Away with the 100 year old Silver-Mercury Filling Material...
Here are Some Facts to Consider…
- Mercury is considered a hazardous material
- NO amount of mercury is considered to be a safe ingestion amount
- Yet... Mercury leaches out of all silver fillings during the chewing process
Almost incredibly … the American Dental Association’s position on Mercury-Silver fillings in a “Cliffs-Notes” style synopsis is this…
Because no study has been performed to show the harmful effects of mercury released from silver-mercury fillings .... therefore, this material should be considered “safe”.
To this we say, What!? We have a proven harmful “heavy-metal” toxin that is considered by virtually any competent, state-of-the-art medical professional to be unsafe if ingested/inhaled at ANY level – and we are voluntarily packing it into patients’ teeth? Only to watch it to become ingested or inhaled as we chew! Incredulously, we say -- C'Mon Man!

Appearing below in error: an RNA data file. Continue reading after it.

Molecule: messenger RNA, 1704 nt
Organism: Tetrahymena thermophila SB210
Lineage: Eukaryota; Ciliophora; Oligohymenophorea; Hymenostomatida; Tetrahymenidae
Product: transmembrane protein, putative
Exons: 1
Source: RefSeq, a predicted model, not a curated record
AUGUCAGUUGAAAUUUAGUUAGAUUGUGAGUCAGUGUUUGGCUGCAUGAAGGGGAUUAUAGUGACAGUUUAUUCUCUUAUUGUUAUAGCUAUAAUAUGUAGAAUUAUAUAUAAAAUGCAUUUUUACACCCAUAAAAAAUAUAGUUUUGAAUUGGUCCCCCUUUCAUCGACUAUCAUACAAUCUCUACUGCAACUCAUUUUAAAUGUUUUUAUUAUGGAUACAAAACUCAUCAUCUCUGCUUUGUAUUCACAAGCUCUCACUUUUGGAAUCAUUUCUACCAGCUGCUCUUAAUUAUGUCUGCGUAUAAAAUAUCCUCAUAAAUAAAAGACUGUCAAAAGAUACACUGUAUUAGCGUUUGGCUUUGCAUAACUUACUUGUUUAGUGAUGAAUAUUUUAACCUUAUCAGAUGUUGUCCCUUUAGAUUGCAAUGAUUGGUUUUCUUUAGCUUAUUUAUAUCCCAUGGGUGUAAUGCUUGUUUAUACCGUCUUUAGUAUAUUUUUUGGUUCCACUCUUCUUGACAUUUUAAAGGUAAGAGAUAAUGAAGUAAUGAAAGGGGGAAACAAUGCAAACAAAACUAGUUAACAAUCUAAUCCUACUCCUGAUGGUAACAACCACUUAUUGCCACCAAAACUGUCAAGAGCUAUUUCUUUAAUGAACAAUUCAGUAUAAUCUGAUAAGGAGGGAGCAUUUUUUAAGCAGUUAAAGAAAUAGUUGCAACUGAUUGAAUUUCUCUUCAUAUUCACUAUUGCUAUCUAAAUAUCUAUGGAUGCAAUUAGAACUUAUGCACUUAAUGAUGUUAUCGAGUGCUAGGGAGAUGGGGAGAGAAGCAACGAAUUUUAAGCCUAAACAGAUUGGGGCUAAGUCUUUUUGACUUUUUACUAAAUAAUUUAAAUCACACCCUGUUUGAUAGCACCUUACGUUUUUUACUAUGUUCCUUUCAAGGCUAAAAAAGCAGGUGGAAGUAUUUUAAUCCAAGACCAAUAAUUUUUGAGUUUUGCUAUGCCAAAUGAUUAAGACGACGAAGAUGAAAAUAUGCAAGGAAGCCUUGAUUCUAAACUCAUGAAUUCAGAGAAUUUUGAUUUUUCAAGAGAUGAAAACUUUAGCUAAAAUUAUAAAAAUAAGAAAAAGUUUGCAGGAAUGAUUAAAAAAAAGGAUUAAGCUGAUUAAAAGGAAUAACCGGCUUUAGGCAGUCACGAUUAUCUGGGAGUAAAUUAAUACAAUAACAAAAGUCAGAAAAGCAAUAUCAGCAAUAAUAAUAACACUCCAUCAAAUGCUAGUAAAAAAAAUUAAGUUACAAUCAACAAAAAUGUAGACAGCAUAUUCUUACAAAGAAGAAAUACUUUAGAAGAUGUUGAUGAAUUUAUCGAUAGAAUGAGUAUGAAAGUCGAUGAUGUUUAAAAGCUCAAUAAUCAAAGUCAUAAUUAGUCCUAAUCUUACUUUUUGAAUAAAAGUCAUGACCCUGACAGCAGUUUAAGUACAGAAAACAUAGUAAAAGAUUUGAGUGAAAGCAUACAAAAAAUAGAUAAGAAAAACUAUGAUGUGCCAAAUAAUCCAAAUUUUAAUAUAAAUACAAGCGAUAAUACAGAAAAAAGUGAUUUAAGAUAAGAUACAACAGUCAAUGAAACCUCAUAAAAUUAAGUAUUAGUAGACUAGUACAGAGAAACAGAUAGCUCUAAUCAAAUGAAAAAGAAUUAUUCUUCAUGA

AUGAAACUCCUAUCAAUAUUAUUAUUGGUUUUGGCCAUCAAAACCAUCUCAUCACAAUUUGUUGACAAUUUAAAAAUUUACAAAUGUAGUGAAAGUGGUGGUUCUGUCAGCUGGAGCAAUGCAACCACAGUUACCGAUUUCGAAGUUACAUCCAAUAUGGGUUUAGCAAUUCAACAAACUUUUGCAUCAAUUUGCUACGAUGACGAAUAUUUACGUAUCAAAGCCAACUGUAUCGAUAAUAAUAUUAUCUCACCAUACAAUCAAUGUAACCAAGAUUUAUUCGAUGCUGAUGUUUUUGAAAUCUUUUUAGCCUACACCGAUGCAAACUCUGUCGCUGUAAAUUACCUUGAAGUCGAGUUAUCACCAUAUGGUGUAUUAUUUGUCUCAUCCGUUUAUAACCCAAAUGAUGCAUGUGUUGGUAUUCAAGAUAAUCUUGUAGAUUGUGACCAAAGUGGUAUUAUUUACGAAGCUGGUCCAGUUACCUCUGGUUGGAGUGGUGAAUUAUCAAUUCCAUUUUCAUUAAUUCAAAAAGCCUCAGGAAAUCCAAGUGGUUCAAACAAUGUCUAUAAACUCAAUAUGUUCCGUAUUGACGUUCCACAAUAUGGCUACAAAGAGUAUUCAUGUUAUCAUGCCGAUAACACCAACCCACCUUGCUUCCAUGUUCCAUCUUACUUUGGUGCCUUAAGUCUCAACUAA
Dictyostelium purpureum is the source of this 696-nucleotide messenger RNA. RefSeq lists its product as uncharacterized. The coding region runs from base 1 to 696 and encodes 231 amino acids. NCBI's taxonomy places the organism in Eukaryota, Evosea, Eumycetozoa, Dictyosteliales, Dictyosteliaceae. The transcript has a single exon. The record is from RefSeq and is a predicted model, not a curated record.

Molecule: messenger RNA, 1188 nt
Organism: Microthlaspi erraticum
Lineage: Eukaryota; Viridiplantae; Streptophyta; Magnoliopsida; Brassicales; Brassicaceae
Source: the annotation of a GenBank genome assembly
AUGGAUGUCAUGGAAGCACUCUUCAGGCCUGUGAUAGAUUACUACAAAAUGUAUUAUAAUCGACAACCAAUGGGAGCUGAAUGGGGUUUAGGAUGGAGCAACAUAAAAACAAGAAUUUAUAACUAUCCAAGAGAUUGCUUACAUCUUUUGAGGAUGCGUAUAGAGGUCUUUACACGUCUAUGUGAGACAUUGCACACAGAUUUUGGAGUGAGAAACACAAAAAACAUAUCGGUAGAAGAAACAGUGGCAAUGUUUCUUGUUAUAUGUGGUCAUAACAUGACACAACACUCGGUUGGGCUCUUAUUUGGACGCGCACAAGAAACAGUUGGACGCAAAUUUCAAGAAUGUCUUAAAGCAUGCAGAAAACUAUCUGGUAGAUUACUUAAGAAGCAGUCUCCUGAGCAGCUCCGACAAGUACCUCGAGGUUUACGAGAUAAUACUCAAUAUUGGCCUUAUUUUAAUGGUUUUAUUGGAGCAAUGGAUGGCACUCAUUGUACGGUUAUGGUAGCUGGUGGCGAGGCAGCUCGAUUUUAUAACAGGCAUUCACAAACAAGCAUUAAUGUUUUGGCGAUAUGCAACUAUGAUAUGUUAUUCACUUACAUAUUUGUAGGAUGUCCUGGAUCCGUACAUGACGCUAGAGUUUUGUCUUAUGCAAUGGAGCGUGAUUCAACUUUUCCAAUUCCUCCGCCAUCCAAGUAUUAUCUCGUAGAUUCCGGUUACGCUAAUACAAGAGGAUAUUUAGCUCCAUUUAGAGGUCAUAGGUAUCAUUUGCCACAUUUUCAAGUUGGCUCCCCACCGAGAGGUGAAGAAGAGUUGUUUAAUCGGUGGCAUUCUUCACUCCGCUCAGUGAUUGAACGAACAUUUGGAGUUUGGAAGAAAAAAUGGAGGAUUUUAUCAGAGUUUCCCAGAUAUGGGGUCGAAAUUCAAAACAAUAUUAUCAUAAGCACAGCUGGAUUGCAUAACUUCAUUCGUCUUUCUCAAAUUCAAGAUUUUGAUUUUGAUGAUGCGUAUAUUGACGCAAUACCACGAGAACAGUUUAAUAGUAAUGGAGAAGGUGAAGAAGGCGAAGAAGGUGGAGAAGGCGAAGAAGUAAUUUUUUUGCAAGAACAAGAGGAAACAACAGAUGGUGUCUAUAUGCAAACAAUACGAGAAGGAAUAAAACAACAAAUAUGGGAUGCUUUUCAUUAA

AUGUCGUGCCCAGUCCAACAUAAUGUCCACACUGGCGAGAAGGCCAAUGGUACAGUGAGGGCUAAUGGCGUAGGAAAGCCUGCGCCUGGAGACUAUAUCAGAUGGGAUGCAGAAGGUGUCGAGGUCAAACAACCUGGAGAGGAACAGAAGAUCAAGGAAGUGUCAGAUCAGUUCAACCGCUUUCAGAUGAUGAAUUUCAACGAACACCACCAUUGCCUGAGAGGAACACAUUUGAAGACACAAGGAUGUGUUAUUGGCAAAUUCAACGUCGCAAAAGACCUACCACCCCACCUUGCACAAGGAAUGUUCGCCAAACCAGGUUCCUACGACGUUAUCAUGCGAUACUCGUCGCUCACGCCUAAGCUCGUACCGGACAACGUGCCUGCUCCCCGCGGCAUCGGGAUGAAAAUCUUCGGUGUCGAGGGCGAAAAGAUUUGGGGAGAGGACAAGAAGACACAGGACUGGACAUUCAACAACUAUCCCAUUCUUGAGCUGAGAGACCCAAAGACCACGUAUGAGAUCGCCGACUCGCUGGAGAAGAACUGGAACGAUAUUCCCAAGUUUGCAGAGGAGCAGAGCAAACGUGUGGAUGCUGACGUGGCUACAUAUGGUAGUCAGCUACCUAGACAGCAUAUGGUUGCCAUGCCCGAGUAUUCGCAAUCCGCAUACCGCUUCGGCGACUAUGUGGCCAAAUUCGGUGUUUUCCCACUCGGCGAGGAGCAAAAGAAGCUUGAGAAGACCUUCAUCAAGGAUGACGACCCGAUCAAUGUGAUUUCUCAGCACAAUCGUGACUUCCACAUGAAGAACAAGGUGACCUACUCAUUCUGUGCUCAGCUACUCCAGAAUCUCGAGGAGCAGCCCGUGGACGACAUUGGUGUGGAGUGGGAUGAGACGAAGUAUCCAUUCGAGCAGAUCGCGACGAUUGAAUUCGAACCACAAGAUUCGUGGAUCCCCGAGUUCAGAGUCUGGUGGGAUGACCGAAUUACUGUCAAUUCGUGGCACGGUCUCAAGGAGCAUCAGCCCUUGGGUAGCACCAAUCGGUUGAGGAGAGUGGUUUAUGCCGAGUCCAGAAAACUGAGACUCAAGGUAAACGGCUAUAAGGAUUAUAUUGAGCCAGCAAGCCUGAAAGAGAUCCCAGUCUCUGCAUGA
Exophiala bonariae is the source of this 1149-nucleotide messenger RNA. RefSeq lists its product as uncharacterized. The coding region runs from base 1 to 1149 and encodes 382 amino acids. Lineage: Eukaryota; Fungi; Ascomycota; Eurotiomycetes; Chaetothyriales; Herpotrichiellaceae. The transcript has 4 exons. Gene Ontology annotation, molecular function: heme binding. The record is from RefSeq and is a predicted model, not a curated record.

Plaza Health Dentistry respects the opinion of the ADA, our “guiding light” organization. Thus, we do not officially recommend the routine removal of silver-mercury fillings. However, our patient education on the matter will not be deterred … allowing for an Informed Patient Choice .. as is always the case at PHD.
Putting aside, for a moment, the systemic health issues, here are a couple of more reasons why silver-mercury fillings are really a relic of the past (or at least should be).
- They are metallic, thus they expand and contract significantly with exposure to hot/cold (think coffee/ice cream), which can help to cause tooth fractures. (coefficient of thermal expansion).
- They are a 100+ year-old technology that relies on cutting undercuts into healthy tooth structure in order to get them to stay in place. This weakens an already weak tooth. Tooth fractures leading to more extensive and expensive dental treatment awaits (think root canals &/or crowns).
- Their substitute material, composite resin, is non-metallic, tooth colored and is bonded to tooth structure, thereby strengthening the cut tooth surface.
Check this link out for the full statement of the ADA on this subject…. http://www.ada.org/1741.aspx